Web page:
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It is hard getting back to where you fit in the scheme of things as well as acceptance.

Alice Springs was a wild place to say the least, it still is.

I don’t agree with Indigenous hunting and fishing rights that permit the killing of endangered species at all.) Tracker was firmly convinced of the need for Indigenous people to get an education so that they were equipped to deal with the constantly changing landscape of Indigenous politics. It must have been before the so-called A team of Aboriginal negotiators went to talk to Paul Keating.

It was at one of those meetings that, in the midst of the economic benefits of native title, Tracker made this declaration that stunned me – that he was the only Aboriginal economist in the room!

So she was not only dealing with the sick and issuing medication, fixing people’s wounds and boils, or sores and also skin rashes. She did everything from go to whoa, whatever medical.

If someone had died in the camp she was the one who dealt with it. (p.34)She didn’t always get support from the authorities about keeping siblings together either, and Tracker ended up in Darwin for high school while his brothers stayed on Croker Island until it was eventually closed down in 1967.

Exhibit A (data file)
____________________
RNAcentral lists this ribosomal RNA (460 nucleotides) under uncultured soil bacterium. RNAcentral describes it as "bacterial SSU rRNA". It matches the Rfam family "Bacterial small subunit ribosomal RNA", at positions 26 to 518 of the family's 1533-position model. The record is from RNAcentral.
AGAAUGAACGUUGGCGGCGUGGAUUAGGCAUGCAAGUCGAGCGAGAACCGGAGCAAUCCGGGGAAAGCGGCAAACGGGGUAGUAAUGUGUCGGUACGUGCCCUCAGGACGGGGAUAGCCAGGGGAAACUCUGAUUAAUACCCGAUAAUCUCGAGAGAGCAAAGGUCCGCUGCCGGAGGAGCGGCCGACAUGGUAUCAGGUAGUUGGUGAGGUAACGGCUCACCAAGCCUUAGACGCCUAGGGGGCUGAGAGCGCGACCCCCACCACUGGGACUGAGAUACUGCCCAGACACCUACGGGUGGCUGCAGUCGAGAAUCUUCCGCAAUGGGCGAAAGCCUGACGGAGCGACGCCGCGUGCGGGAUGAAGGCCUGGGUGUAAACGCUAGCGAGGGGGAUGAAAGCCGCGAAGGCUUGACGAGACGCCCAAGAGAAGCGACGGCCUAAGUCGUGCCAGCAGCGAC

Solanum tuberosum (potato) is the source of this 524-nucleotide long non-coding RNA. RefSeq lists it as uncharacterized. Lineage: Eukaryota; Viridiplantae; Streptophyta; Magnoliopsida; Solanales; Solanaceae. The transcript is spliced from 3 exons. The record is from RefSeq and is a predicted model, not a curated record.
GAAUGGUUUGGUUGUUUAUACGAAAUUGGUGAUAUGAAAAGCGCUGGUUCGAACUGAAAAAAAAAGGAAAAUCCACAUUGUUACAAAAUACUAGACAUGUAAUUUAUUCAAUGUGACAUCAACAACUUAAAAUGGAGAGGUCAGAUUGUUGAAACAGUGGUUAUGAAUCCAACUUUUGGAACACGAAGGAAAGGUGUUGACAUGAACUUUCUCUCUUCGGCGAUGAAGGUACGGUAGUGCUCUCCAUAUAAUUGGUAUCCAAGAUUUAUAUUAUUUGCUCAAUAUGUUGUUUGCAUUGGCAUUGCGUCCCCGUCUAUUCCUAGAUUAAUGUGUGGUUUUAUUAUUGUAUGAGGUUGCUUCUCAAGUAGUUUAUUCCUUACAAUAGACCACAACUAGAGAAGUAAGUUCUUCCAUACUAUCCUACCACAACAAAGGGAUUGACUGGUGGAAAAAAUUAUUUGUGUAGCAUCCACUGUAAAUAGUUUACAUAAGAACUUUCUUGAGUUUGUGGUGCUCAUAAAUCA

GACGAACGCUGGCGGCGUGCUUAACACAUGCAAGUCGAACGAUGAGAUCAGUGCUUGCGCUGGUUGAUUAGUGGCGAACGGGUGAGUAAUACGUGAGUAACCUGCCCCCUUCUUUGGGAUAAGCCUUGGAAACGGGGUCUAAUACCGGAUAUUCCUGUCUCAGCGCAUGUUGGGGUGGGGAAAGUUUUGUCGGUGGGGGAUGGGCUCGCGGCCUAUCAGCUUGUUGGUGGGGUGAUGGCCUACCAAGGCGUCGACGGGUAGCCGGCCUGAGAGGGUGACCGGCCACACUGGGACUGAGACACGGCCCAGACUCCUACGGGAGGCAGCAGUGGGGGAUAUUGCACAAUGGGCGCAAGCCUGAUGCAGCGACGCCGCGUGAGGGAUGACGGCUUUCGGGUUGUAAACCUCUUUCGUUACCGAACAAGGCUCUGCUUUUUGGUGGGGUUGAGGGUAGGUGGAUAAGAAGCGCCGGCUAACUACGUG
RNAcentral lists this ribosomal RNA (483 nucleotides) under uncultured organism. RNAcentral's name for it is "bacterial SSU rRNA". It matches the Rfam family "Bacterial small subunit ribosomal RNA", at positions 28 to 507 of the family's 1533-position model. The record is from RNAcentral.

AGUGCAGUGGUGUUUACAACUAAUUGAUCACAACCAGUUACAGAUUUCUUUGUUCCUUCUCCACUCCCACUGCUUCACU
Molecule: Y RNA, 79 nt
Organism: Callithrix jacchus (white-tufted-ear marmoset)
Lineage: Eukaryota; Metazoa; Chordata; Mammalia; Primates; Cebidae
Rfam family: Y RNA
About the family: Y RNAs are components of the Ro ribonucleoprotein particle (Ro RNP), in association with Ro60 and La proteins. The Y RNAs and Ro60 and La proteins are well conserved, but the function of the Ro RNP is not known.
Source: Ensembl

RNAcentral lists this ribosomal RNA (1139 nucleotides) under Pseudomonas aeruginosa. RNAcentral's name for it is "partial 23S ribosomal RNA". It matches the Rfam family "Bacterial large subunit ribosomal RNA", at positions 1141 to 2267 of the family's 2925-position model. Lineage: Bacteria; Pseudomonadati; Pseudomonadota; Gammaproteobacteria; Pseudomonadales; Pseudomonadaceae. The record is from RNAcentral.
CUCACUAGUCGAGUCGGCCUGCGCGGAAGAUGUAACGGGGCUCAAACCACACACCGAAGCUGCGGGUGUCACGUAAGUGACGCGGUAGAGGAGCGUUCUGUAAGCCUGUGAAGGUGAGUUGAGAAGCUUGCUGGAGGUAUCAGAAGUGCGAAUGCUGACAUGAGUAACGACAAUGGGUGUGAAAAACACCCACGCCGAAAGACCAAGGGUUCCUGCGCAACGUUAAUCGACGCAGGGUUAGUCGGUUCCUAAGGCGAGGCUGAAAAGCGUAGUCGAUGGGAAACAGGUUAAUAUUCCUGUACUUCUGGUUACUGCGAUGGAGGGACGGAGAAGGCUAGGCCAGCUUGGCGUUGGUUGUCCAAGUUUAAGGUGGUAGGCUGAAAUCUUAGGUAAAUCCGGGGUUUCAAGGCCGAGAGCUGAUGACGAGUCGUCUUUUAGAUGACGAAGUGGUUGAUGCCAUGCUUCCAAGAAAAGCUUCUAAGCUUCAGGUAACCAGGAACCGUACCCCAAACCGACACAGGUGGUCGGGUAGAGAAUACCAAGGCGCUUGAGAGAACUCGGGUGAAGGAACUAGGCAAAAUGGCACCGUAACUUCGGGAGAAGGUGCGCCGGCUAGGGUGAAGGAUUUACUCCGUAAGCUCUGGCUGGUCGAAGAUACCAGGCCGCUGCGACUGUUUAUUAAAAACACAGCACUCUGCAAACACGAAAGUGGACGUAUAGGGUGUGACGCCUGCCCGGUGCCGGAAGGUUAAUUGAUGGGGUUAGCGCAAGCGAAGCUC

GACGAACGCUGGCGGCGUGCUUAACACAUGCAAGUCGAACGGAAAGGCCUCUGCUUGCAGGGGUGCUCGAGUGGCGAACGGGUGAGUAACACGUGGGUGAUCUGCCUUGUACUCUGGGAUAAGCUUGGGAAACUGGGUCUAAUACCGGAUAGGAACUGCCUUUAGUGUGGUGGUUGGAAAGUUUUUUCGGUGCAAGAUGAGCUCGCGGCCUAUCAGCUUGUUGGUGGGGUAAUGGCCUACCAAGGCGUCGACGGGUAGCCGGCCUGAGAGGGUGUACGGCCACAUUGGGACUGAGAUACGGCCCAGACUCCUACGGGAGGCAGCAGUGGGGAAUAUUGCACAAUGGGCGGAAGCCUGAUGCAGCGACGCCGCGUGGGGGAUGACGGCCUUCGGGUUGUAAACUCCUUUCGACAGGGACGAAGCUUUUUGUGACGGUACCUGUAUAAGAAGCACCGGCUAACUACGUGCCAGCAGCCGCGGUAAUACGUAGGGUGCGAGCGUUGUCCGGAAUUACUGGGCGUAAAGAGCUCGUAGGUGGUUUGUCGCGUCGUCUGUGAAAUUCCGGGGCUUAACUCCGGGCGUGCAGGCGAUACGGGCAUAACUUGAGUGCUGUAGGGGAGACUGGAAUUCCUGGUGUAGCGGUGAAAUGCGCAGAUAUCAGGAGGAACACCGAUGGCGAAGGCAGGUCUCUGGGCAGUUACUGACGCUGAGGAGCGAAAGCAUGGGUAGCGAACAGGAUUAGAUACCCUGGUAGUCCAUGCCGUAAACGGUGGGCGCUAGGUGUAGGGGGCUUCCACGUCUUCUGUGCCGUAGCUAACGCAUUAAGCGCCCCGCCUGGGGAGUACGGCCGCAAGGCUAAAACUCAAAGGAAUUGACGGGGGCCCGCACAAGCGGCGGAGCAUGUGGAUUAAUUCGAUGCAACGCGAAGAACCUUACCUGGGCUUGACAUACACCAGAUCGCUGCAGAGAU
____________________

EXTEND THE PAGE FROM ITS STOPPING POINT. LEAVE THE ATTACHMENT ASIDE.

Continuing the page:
(I recognise that I’m not a stakeholder, but I’m a bit ambivalent about Indigenous land owners getting involved in projects that are environmentally dubious.

Alexis Wright is a member of the Waanyi nation of the southern highlands of the Gulf of Carpentaria.

If a woman gave birth she was the one who dealt with it. Tracker says that the island was paradise in comparison to later on…

Because they were Stolen Generation, the boys had no country: Getting back to Alice and getting back to Central Australia, it was extremely difficult finding out where you belonged.

Aboriginal lawyers were by this time a dime a dozen. I had not seen many Aboriginal doctors, and never an Aboriginal economist. (p.242) Tracker’s vision was for Indigenous people to own the land so that they could be economically independent, having meaningful work by running cattle stations and so on.

Mansell credits Tracker with Aboriginal landowners having agreements with diamond and bauxite mines in the Kimberley and Cape York, and he says it all began with It will be interesting to see if it wins the Stella…the book was also shortlisted for the 2018 Victorian Premier’s Literary Awards.

Sometimes it’s not easy to form a neat and tidy picture of events.

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